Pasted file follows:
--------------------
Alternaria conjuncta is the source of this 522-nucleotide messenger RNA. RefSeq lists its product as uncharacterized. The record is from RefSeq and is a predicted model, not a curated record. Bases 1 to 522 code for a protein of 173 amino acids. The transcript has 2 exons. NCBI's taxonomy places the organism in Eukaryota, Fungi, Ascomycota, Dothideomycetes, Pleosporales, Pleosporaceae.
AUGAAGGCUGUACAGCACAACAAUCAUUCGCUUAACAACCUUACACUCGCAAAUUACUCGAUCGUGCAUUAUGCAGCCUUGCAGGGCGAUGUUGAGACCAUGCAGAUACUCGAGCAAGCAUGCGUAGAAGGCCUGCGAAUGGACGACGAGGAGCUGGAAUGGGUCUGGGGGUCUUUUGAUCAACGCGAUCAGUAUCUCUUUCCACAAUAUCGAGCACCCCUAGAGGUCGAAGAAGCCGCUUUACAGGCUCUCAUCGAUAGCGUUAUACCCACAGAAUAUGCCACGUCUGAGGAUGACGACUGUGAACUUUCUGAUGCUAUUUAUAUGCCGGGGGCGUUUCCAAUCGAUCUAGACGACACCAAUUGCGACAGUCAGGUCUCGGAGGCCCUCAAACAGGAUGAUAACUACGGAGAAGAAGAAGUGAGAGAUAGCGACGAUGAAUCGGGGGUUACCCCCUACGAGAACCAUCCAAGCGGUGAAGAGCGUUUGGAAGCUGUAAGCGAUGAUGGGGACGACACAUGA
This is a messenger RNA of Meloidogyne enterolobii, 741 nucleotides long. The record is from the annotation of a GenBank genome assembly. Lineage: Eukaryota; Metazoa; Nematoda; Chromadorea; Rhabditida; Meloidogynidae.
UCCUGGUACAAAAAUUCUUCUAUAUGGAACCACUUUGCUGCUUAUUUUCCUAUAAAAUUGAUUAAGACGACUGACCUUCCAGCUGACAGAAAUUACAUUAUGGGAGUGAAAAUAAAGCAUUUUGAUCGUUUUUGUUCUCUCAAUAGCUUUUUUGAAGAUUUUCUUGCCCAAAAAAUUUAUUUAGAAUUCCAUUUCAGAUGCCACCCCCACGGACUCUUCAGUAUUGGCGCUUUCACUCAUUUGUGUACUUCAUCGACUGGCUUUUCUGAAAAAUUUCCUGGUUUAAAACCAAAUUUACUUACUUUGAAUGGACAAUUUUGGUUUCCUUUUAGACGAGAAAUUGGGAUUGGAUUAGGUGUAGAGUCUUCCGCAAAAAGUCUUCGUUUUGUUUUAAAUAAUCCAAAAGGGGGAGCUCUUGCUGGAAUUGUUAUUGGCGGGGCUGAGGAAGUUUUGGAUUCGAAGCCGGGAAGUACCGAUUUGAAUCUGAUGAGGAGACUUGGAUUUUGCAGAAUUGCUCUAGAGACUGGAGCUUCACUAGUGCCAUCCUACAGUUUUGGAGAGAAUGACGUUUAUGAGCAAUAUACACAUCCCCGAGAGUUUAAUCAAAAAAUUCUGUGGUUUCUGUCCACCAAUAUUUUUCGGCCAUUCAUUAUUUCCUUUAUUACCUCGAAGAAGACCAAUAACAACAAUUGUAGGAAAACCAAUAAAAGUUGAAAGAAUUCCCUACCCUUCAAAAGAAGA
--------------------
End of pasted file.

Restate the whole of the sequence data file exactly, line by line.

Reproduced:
Alternaria conjuncta is the source of this 522-nucleotide messenger RNA. RefSeq lists its product as uncharacterized. The record is from RefSeq and is a predicted model, not a curated record. Bases 1 to 522 code for a protein of 173 amino acids. The transcript has 2 exons. NCBI's taxonomy places the organism in Eukaryota, Fungi, Ascomycota, Dothideomycetes, Pleosporales, Pleosporaceae.
AUGAAGGCUGUACAGCACAACAAUCAUUCGCUUAACAACCUUACACUCGCAAAUUACUCGAUCGUGCAUUAUGCAGCCUUGCAGGGCGAUGUUGAGACCAUGCAGAUACUCGAGCAAGCAUGCGUAGAAGGCCUGCGAAUGGACGACGAGGAGCUGGAAUGGGUCUGGGGGUCUUUUGAUCAACGCGAUCAGUAUCUCUUUCCACAAUAUCGAGCACCCCUAGAGGUCGAAGAAGCCGCUUUACAGGCUCUCAUCGAUAGCGUUAUACCCACAGAAUAUGCCACGUCUGAGGAUGACGACUGUGAACUUUCUGAUGCUAUUUAUAUGCCGGGGGCGUUUCCAAUCGAUCUAGACGACACCAAUUGCGACAGUCAGGUCUCGGAGGCCCUCAAACAGGAUGAUAACUACGGAGAAGAAGAAGUGAGAGAUAGCGACGAUGAAUCGGGGGUUACCCCCUACGAGAACCAUCCAAGCGGUGAAGAGCGUUUGGAAGCUGUAAGCGAUGAUGGGGACGACACAUGA
This is a messenger RNA of Meloidogyne enterolobii, 741 nucleotides long. The record is from the annotation of a GenBank genome assembly. Lineage: Eukaryota; Metazoa; Nematoda; Chromadorea; Rhabditida; Meloidogynidae.
UCCUGGUACAAAAAUUCUUCUAUAUGGAACCACUUUGCUGCUUAUUUUCCUAUAAAAUUGAUUAAGACGACUGACCUUCCAGCUGACAGAAAUUACAUUAUGGGAGUGAAAAUAAAGCAUUUUGAUCGUUUUUGUUCUCUCAAUAGCUUUUUUGAAGAUUUUCUUGCCCAAAAAAUUUAUUUAGAAUUCCAUUUCAGAUGCCACCCCCACGGACUCUUCAGUAUUGGCGCUUUCACUCAUUUGUGUACUUCAUCGACUGGCUUUUCUGAAAAAUUUCCUGGUUUAAAACCAAAUUUACUUACUUUGAAUGGACAAUUUUGGUUUCCUUUUAGACGAGAAAUUGGGAUUGGAUUAGGUGUAGAGUCUUCCGCAAAAAGUCUUCGUUUUGUUUUAAAUAAUCCAAAAGGGGGAGCUCUUGCUGGAAUUGUUAUUGGCGGGGCUGAGGAAGUUUUGGAUUCGAAGCCGGGAAGUACCGAUUUGAAUCUGAUGAGGAGACUUGGAUUUUGCAGAAUUGCUCUAGAGACUGGAGCUUCACUAGUGCCAUCCUACAGUUUUGGAGAGAAUGACGUUUAUGAGCAAUAUACACAUCCCCGAGAGUUUAAUCAAAAAAUUCUGUGGUUUCUGUCCACCAAUAUUUUUCGGCCAUUCAUUAUUUCCUUUAUUACCUCGAAGAAGACCAAUAACAACAAUUGUAGGAAAACCAAUAAAAGUUGAAAGAAUUCCCUACCCUUCAAAAGAAGA